With the students being so friendly and easygoing starting up a conversation is never difficult and I often found myself chit-chatting with other students before the teacher arrived. These casual conversations have been a lot of fun and great Japanese practice as I will often have to put my listening skills to the test to understand a few of the student’s Kansai-ben. However, even if there are times when I mishear something or struggle to convey an idea clearly any of the discomfort that might arise as a result soon fades away once we begin to play.

Actually learning how to play the koto has exceeded all my expectations and getting to learn from Iwasaki Sensei and the other students at Greenwich House has been a truly special experience. For those of you want to learn how to play the Koto or simply want a supportive community to practice your Japanese in I would definitely suggest you stop by Greenwich house. I am confident that if you are excited to engage with Iwasaki Sensei and the other students everyone at Greenwich house will welcome you with open arms.

John Miller: Practicing at Kyoto University Karate Club

For my CIP, I knew I wanted to do something involving martial arts. I had done Kendo for a year in college and had train in Karate for many years through junior high school and high school. While in Kyoto I unfortunately was not able to do a Kendo circle, as they were unable to lend me any gear. When finding a Karate club, I wanted to find a place that, given the many variations of karate, was something I was somewhat familiar with. I ended up joining Kyoto University’s Seido Karate circle. It meets twice a week for a two hour practice, which is much more laid back than several clubs I found that met for 3 or 4 times a week with longer practice times.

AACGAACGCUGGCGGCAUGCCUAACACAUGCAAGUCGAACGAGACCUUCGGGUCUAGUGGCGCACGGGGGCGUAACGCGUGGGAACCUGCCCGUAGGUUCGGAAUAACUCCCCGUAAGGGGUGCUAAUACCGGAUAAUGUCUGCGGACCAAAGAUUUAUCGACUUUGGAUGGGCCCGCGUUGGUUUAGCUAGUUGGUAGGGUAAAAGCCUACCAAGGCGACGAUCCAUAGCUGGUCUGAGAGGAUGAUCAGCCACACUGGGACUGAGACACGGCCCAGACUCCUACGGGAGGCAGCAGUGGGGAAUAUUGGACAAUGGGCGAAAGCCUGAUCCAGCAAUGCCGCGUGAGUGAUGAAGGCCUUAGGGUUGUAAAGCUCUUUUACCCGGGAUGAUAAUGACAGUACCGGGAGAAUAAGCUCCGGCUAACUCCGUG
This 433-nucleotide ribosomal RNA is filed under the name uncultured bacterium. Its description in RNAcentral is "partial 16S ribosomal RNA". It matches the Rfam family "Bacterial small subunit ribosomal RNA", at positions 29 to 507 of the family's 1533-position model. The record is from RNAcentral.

I found everybody to be very nice. My Kaiwa partner is also a member which is very nice. As the official University teams are off limits to non students, the circle has a large number of foreigners as well. Despite this, I appreciate that the lessons are taught only in Japanese.
The instructor is named Yamashiki Sensei. He often tries to speak English to me. Although there is an instructor assigned for our club, being a circle it is largely run by the students and in particular the club leader or bucho. While the flexibility of the club is nice, it could be better organized. In the US, we trained in kata which is a sequence of predetermined movements. That practice was done as a group with detailed instruction from the teacher. However Kyoto University’s circle is much more focused on kumite or partner training.